Martin Oxley sent this out for the Foreign and Commonwealth office and we are pleased to assist in its propagation.
Dear Quoracy.com subscribers,
Poland presents an attractive nearshore growth opportunity for Britain Plc. In line with the new UKTI strategy presented to government recently by Lord Green, Minister of State for Trade and Investment we are introducing a step change in the way UKTI supports British business growth.
We are taking a very proactive approach on behalf of government to provide a range of bespoke services to enable British SME’s to significantly enhance exports and also work with large corporations to win major overseas contracts and expedite their growth in market.
With our new Ambassador HMA Robin Barnett and the Embassy team we are engaging to support strong growth oriented business agenda in Poland.
With this in mind I am pleased to attach a brief outline of the services which UKTI has developed to support British business in Poland. I very much look forward to meeting you over the course of the coming weeks to discuss with you how we can assist you with your specific company needs.
I am very happy to visit you or alternatively you would be most welcome to visit us and I will provide you a tour of our excellent event facilities at the Embassy.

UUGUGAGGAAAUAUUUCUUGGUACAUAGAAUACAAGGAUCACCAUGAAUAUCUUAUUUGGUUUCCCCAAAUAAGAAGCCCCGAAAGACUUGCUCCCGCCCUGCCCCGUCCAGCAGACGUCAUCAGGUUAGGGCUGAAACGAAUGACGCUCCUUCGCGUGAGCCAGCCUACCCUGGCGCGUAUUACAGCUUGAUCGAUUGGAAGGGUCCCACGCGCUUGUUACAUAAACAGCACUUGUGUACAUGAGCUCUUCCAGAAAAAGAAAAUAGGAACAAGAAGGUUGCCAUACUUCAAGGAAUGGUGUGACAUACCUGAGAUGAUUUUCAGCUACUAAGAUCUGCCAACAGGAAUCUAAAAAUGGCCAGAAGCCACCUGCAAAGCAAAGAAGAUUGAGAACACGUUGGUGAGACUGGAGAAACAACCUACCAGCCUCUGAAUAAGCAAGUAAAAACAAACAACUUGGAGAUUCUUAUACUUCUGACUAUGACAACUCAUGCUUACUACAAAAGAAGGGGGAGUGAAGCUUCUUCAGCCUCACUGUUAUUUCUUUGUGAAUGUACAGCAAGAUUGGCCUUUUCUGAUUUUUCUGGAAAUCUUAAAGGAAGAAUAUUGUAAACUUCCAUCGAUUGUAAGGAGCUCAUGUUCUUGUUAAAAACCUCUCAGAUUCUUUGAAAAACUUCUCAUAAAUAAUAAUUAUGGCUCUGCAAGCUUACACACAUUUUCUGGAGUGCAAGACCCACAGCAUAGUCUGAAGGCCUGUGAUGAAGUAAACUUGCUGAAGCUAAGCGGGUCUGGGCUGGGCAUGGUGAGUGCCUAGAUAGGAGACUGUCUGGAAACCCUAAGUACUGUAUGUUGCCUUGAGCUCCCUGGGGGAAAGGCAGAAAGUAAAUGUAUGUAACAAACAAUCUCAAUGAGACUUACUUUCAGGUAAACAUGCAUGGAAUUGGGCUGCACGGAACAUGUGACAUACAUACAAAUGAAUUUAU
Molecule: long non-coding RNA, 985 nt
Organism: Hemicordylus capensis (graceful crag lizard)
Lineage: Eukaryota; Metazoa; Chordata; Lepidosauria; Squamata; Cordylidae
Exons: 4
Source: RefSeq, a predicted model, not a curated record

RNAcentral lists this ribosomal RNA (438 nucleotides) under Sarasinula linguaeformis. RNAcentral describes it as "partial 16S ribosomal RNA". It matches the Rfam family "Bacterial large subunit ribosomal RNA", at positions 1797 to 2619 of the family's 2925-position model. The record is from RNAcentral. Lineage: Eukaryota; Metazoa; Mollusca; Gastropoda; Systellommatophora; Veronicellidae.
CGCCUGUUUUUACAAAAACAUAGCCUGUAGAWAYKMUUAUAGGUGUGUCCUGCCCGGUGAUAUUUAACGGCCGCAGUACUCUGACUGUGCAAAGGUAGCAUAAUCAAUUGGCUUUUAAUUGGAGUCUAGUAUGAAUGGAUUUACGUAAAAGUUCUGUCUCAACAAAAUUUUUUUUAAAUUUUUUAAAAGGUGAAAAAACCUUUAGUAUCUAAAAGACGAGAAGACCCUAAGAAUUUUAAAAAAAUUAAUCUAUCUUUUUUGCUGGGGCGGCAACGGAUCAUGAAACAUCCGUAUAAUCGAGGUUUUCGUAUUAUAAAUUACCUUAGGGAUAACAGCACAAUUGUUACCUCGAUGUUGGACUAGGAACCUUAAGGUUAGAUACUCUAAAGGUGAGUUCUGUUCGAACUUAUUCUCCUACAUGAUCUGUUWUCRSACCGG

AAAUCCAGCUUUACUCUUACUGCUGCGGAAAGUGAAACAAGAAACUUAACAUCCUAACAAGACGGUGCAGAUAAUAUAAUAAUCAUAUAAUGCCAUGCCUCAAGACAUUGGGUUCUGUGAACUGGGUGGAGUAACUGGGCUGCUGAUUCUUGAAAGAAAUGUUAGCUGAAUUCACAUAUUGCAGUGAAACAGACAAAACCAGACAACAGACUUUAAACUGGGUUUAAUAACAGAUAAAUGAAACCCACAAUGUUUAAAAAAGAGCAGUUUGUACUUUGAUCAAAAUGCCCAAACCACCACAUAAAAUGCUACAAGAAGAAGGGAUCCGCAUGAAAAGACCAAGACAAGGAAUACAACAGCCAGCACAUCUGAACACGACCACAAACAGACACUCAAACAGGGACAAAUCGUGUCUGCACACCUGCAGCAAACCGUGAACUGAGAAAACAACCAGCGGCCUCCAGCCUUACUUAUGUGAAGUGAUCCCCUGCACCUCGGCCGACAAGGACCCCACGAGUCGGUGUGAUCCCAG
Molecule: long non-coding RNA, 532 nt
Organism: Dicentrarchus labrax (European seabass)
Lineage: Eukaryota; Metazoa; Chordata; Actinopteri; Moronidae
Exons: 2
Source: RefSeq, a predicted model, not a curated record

Quoracy.com would also like to take this opportunity to congratulate our dear friend Martin Oxley on his recent new appointment to the FCO in Warsaw, and to wish him every success working with Her Majesty’s new Ambassador to Poland, His Excellency Robin Barnett. We wish you and your team many successes and a lot of fun.
The so called large household appliances made this year in Poland will be worth the record amount of PLN 3 billion, the newspaper underlines. A lot of it is owing to Samsung Electronics who purchased a washing machine and refrigerators manufacturing plant in Wronki from Amica and announced that it would invest nearly USD 170 million in the development of this plant. Samsung Electronics is also to transfer its production from other European plants to Wronki. The investments are underway.
“Dziennik Gazeta Prawna” found out that Samsung Electronics says it is possible that production in Poland will be expanded with manufacturing heating equipment like ovens, stoves and plates. There is a large demand for this kind of appliances in the EU. According to analysts, demand for heating equipment will remain at around 30% of total annual production, “Dziennik Gazeta Prawna” notes. (Source: gazeta.pl)
16 June 2011, 8.00am – 11.00am
This event is aimed at introducing Cyprus companies as vehicles for international transactions and investments covering the key requirements applied by the authorities and the banking system in Cyprus and Poland.
Experienced professionals and speakers of Baker Tilly Poland and Baker Tilly Klitou of Cyprus will be presenting a range of topics, suggesting practical solutions and sharing their experience. A Q&A session before the close of the event will give participants the opportunity to talk directly with our speakers in order to raise their queries or obtain additional information.